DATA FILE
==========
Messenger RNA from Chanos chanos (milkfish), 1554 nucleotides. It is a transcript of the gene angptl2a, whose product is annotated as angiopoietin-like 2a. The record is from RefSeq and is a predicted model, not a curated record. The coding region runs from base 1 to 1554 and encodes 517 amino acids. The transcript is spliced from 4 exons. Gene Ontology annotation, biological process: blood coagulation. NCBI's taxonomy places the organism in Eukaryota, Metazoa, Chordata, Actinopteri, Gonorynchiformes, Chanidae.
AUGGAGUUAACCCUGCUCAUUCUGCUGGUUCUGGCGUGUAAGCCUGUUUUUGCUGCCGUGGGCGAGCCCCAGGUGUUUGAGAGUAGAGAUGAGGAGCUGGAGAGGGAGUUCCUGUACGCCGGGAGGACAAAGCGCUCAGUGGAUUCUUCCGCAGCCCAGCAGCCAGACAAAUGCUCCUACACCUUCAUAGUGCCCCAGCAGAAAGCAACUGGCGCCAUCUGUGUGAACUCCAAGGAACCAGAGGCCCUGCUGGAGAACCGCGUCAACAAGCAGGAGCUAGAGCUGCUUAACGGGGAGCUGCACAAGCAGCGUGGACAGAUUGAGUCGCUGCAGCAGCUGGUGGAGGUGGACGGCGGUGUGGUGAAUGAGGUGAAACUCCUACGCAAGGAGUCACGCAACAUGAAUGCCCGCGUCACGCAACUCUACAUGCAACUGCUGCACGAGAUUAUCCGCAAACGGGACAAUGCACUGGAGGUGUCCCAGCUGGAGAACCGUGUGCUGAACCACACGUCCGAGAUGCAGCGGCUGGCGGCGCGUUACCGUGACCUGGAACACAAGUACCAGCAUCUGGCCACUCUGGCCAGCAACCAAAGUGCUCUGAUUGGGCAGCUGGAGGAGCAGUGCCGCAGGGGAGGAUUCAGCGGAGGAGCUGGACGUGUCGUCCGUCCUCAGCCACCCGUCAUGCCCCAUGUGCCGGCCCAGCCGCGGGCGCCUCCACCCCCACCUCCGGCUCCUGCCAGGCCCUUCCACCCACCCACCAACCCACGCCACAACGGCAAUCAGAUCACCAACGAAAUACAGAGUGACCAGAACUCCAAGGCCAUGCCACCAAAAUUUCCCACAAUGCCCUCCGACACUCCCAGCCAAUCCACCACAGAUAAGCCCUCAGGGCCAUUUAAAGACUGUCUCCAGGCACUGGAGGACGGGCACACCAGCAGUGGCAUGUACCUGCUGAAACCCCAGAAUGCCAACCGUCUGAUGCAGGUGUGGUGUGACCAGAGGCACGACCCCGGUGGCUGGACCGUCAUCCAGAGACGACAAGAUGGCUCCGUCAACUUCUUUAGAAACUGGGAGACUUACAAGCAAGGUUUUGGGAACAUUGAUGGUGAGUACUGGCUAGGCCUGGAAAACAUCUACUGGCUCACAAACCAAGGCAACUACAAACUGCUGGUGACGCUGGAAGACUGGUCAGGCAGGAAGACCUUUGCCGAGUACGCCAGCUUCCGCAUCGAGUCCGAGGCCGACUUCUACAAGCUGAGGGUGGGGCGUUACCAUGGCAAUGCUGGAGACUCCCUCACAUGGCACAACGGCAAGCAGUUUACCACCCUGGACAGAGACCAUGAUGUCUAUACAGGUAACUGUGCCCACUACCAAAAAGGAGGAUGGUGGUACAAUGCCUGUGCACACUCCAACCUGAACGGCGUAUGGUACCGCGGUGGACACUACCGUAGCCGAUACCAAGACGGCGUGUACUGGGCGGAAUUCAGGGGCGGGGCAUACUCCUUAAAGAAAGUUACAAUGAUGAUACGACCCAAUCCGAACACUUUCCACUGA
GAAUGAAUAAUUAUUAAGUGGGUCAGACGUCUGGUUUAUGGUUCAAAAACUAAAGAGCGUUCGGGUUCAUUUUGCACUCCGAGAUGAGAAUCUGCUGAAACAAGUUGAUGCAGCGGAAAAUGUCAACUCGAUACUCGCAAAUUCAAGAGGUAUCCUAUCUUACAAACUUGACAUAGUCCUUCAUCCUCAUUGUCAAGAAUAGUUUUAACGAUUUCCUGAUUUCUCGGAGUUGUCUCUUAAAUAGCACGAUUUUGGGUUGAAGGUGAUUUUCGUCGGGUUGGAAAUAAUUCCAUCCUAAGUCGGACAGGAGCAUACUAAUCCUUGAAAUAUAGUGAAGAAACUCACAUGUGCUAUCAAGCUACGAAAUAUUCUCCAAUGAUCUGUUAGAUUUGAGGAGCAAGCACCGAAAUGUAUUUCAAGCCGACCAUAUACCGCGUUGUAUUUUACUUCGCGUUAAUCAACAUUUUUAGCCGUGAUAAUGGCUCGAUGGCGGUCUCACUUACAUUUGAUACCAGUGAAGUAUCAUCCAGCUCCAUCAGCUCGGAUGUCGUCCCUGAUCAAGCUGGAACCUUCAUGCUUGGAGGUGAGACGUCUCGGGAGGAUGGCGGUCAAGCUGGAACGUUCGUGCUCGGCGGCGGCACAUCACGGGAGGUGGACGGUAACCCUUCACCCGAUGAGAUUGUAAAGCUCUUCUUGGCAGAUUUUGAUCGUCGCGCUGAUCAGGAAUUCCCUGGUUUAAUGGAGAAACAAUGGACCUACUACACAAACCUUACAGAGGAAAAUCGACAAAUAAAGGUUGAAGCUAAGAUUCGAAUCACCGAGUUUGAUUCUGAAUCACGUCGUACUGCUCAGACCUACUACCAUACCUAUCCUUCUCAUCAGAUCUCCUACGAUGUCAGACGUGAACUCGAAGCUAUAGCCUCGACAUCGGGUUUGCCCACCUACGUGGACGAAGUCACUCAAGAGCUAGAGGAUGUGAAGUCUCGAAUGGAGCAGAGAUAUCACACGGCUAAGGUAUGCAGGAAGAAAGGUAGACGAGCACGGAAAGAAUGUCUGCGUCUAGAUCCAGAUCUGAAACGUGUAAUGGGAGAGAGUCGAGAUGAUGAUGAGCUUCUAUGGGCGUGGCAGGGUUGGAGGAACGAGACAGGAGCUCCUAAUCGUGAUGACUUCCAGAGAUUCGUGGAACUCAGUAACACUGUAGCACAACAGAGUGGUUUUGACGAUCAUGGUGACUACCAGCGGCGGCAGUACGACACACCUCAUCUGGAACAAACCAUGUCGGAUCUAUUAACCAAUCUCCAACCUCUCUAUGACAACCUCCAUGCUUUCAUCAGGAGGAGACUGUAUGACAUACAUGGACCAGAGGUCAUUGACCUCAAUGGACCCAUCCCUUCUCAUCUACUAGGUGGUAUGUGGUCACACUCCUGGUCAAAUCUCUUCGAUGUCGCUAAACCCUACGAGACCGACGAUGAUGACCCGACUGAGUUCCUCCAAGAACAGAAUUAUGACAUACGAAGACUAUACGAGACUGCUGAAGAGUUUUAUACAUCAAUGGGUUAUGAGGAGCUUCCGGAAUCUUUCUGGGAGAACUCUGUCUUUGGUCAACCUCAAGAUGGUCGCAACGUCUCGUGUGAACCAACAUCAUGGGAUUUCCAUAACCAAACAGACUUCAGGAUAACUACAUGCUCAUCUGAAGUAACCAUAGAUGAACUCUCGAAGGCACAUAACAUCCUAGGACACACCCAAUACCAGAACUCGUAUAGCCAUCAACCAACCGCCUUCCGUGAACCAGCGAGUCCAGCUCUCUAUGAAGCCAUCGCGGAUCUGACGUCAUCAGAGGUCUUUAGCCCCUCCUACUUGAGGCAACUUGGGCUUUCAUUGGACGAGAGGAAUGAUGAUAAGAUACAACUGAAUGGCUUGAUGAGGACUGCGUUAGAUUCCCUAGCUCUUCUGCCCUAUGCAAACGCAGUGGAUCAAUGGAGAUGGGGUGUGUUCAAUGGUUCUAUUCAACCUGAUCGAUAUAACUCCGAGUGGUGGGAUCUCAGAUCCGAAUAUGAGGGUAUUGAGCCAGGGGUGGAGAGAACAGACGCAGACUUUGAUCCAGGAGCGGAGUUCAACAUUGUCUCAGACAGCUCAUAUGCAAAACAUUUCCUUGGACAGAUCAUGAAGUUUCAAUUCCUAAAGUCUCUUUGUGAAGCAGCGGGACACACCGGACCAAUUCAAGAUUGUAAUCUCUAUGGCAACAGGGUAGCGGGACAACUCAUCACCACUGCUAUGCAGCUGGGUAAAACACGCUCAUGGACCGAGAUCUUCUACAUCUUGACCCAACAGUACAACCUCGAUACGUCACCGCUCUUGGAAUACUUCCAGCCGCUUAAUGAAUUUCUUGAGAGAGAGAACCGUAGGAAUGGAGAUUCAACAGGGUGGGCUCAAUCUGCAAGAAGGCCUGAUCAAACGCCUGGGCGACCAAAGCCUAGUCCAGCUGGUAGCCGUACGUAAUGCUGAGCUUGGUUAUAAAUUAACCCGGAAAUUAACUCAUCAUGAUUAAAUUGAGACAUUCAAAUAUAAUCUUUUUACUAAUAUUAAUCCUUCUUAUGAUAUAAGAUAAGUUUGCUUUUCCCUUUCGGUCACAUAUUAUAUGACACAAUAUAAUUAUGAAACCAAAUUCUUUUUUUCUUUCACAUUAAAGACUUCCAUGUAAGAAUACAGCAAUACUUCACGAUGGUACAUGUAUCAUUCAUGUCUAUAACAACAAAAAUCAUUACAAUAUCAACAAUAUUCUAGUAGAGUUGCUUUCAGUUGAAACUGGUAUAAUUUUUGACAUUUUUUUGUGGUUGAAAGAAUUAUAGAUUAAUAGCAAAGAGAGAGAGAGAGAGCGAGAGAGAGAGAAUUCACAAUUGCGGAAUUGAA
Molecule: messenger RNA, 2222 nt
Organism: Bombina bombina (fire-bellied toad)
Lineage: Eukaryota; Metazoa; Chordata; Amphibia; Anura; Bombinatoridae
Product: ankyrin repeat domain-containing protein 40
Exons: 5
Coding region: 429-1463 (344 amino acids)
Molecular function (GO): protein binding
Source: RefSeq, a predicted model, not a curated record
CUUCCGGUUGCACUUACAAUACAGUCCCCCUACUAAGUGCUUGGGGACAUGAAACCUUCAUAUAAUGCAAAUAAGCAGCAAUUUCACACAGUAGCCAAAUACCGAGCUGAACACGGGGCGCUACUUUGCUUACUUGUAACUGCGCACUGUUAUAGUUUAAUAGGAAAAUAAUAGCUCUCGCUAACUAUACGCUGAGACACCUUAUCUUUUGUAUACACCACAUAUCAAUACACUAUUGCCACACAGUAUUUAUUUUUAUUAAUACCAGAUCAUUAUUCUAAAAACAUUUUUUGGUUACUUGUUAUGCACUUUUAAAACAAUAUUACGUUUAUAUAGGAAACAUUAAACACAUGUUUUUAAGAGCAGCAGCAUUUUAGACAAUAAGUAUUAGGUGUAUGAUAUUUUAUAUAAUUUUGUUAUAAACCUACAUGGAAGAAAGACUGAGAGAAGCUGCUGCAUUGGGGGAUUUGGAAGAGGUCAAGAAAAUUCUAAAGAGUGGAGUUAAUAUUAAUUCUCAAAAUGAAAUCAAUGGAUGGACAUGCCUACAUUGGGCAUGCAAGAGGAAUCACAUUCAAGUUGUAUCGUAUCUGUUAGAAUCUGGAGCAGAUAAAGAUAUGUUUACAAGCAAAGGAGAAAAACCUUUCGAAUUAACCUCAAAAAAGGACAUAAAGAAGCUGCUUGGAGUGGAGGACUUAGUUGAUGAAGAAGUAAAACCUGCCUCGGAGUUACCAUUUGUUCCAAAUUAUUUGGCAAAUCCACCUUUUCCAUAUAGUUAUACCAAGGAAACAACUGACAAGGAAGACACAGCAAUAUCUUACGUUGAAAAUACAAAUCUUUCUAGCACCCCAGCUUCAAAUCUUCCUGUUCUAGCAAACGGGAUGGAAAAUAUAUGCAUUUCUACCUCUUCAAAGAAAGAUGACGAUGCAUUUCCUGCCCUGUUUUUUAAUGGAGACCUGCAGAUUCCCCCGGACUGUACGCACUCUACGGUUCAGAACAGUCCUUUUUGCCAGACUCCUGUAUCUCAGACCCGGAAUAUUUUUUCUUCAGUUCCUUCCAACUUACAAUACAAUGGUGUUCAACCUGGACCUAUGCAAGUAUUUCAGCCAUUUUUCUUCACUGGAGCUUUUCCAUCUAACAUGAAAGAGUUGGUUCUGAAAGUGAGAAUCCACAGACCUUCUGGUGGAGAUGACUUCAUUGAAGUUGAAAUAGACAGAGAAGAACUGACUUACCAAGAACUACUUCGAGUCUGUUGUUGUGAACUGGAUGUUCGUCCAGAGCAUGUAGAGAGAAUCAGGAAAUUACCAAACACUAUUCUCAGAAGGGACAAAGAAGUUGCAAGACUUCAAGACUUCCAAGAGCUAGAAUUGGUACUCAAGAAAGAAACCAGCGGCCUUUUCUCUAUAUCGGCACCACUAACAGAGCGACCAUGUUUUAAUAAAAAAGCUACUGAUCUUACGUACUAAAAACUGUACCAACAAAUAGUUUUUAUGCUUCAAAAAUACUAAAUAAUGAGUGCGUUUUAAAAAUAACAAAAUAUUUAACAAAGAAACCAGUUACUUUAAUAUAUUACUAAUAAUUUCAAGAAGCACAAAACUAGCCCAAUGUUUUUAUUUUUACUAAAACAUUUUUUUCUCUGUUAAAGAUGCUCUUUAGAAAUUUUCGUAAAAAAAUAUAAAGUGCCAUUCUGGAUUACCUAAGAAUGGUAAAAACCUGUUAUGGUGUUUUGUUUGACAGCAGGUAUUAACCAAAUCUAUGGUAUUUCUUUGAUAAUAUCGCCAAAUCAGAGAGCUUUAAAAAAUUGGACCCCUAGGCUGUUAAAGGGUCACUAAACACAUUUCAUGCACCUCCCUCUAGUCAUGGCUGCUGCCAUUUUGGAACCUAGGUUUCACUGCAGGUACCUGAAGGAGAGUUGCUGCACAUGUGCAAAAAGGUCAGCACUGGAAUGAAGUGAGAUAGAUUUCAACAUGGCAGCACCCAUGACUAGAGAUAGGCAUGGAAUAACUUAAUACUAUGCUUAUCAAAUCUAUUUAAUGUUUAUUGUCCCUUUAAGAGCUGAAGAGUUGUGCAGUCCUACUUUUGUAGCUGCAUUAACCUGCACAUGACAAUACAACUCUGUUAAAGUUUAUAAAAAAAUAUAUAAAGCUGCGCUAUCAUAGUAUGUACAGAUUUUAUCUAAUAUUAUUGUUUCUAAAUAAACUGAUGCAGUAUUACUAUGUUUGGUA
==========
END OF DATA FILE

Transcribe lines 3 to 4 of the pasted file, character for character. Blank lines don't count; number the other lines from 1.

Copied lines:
GAAUGAAUAAUUAUUAAGUGGGUCAGACGUCUGGUUUAUGGUUCAAAAACUAAAGAGCGUUCGGGUUCAUUUUGCACUCCGAGAUGAGAAUCUGCUGAAACAAGUUGAUGCAGCGGAAAAUGUCAACUCGAUACUCGCAAAUUCAAGAGGUAUCCUAUCUUACAAACUUGACAUAGUCCUUCAUCCUCAUUGUCAAGAAUAGUUUUAACGAUUUCCUGAUUUCUCGGAGUUGUCUCUUAAAUAGCACGAUUUUGGGUUGAAGGUGAUUUUCGUCGGGUUGGAAAUAAUUCCAUCCUAAGUCGGACAGGAGCAUACUAAUCCUUGAAAUAUAGUGAAGAAACUCACAUGUGCUAUCAAGCUACGAAAUAUUCUCCAAUGAUCUGUUAGAUUUGAGGAGCAAGCACCGAAAUGUAUUUCAAGCCGACCAUAUACCGCGUUGUAUUUUACUUCGCGUUAAUCAACAUUUUUAGCCGUGAUAAUGGCUCGAUGGCGGUCUCACUUACAUUUGAUACCAGUGAAGUAUCAUCCAGCUCCAUCAGCUCGGAUGUCGUCCCUGAUCAAGCUGGAACCUUCAUGCUUGGAGGUGAGACGUCUCGGGAGGAUGGCGGUCAAGCUGGAACGUUCGUGCUCGGCGGCGGCACAUCACGGGAGGUGGACGGUAACCCUUCACCCGAUGAGAUUGUAAAGCUCUUCUUGGCAGAUUUUGAUCGUCGCGCUGAUCAGGAAUUCCCUGGUUUAAUGGAGAAACAAUGGACCUACUACACAAACCUUACAGAGGAAAAUCGACAAAUAAAGGUUGAAGCUAAGAUUCGAAUCACCGAGUUUGAUUCUGAAUCACGUCGUACUGCUCAGACCUACUACCAUACCUAUCCUUCUCAUCAGAUCUCCUACGAUGUCAGACGUGAACUCGAAGCUAUAGCCUCGACAUCGGGUUUGCCCACCUACGUGGACGAAGUCACUCAAGAGCUAGAGGAUGUGAAGUCUCGAAUGGAGCAGAGAUAUCACACGGCUAAGGUAUGCAGGAAGAAAGGUAGACGAGCACGGAAAGAAUGUCUGCGUCUAGAUCCAGAUCUGAAACGUGUAAUGGGAGAGAGUCGAGAUGAUGAUGAGCUUCUAUGGGCGUGGCAGGGUUGGAGGAACGAGACAGGAGCUCCUAAUCGUGAUGACUUCCAGAGAUUCGUGGAACUCAGUAACACUGUAGCACAACAGAGUGGUUUUGACGAUCAUGGUGACUACCAGCGGCGGCAGUACGACACACCUCAUCUGGAACAAACCAUGUCGGAUCUAUUAACCAAUCUCCAACCUCUCUAUGACAACCUCCAUGCUUUCAUCAGGAGGAGACUGUAUGACAUACAUGGACCAGAGGUCAUUGACCUCAAUGGACCCAUCCCUUCUCAUCUACUAGGUGGUAUGUGGUCACACUCCUGGUCAAAUCUCUUCGAUGUCGCUAAACCCUACGAGACCGACGAUGAUGACCCGACUGAGUUCCUCCAAGAACAGAAUUAUGACAUACGAAGACUAUACGAGACUGCUGAAGAGUUUUAUACAUCAAUGGGUUAUGAGGAGCUUCCGGAAUCUUUCUGGGAGAACUCUGUCUUUGGUCAACCUCAAGAUGGUCGCAACGUCUCGUGUGAACCAACAUCAUGGGAUUUCCAUAACCAAACAGACUUCAGGAUAACUACAUGCUCAUCUGAAGUAACCAUAGAUGAACUCUCGAAGGCACAUAACAUCCUAGGACACACCCAAUACCAGAACUCGUAUAGCCAUCAACCAACCGCCUUCCGUGAACCAGCGAGUCCAGCUCUCUAUGAAGCCAUCGCGGAUCUGACGUCAUCAGAGGUCUUUAGCCCCUCCUACUUGAGGCAACUUGGGCUUUCAUUGGACGAGAGGAAUGAUGAUAAGAUACAACUGAAUGGCUUGAUGAGGACUGCGUUAGAUUCCCUAGCUCUUCUGCCCUAUGCAAACGCAGUGGAUCAAUGGAGAUGGGGUGUGUUCAAUGGUUCUAUUCAACCUGAUCGAUAUAACUCCGAGUGGUGGGAUCUCAGAUCCGAAUAUGAGGGUAUUGAGCCAGGGGUGGAGAGAACAGACGCAGACUUUGAUCCAGGAGCGGAGUUCAACAUUGUCUCAGACAGCUCAUAUGCAAAACAUUUCCUUGGACAGAUCAUGAAGUUUCAAUUCCUAAAGUCUCUUUGUGAAGCAGCGGGACACACCGGACCAAUUCAAGAUUGUAAUCUCUAUGGCAACAGGGUAGCGGGACAACUCAUCACCACUGCUAUGCAGCUGGGUAAAACACGCUCAUGGACCGAGAUCUUCUACAUCUUGACCCAACAGUACAACCUCGAUACGUCACCGCUCUUGGAAUACUUCCAGCCGCUUAAUGAAUUUCUUGAGAGAGAGAACCGUAGGAAUGGAGAUUCAACAGGGUGGGCUCAAUCUGCAAGAAGGCCUGAUCAAACGCCUGGGCGACCAAAGCCUAGUCCAGCUGGUAGCCGUACGUAAUGCUGAGCUUGGUUAUAAAUUAACCCGGAAAUUAACUCAUCAUGAUUAAAUUGAGACAUUCAAAUAUAAUCUUUUUACUAAUAUUAAUCCUUCUUAUGAUAUAAGAUAAGUUUGCUUUUCCCUUUCGGUCACAUAUUAUAUGACACAAUAUAAUUAUGAAACCAAAUUCUUUUUUUCUUUCACAUUAAAGACUUCCAUGUAAGAAUACAGCAAUACUUCACGAUGGUACAUGUAUCAUUCAUGUCUAUAACAACAAAAAUCAUUACAAUAUCAACAAUAUUCUAGUAGAGUUGCUUUCAGUUGAAACUGGUAUAAUUUUUGACAUUUUUUUGUGGUUGAAAGAAUUAUAGAUUAAUAGCAAAGAGAGAGAGAGAGAGCGAGAGAGAGAGAAUUCACAAUUGCGGAAUUGAA
Molecule: messenger RNA, 2222 nt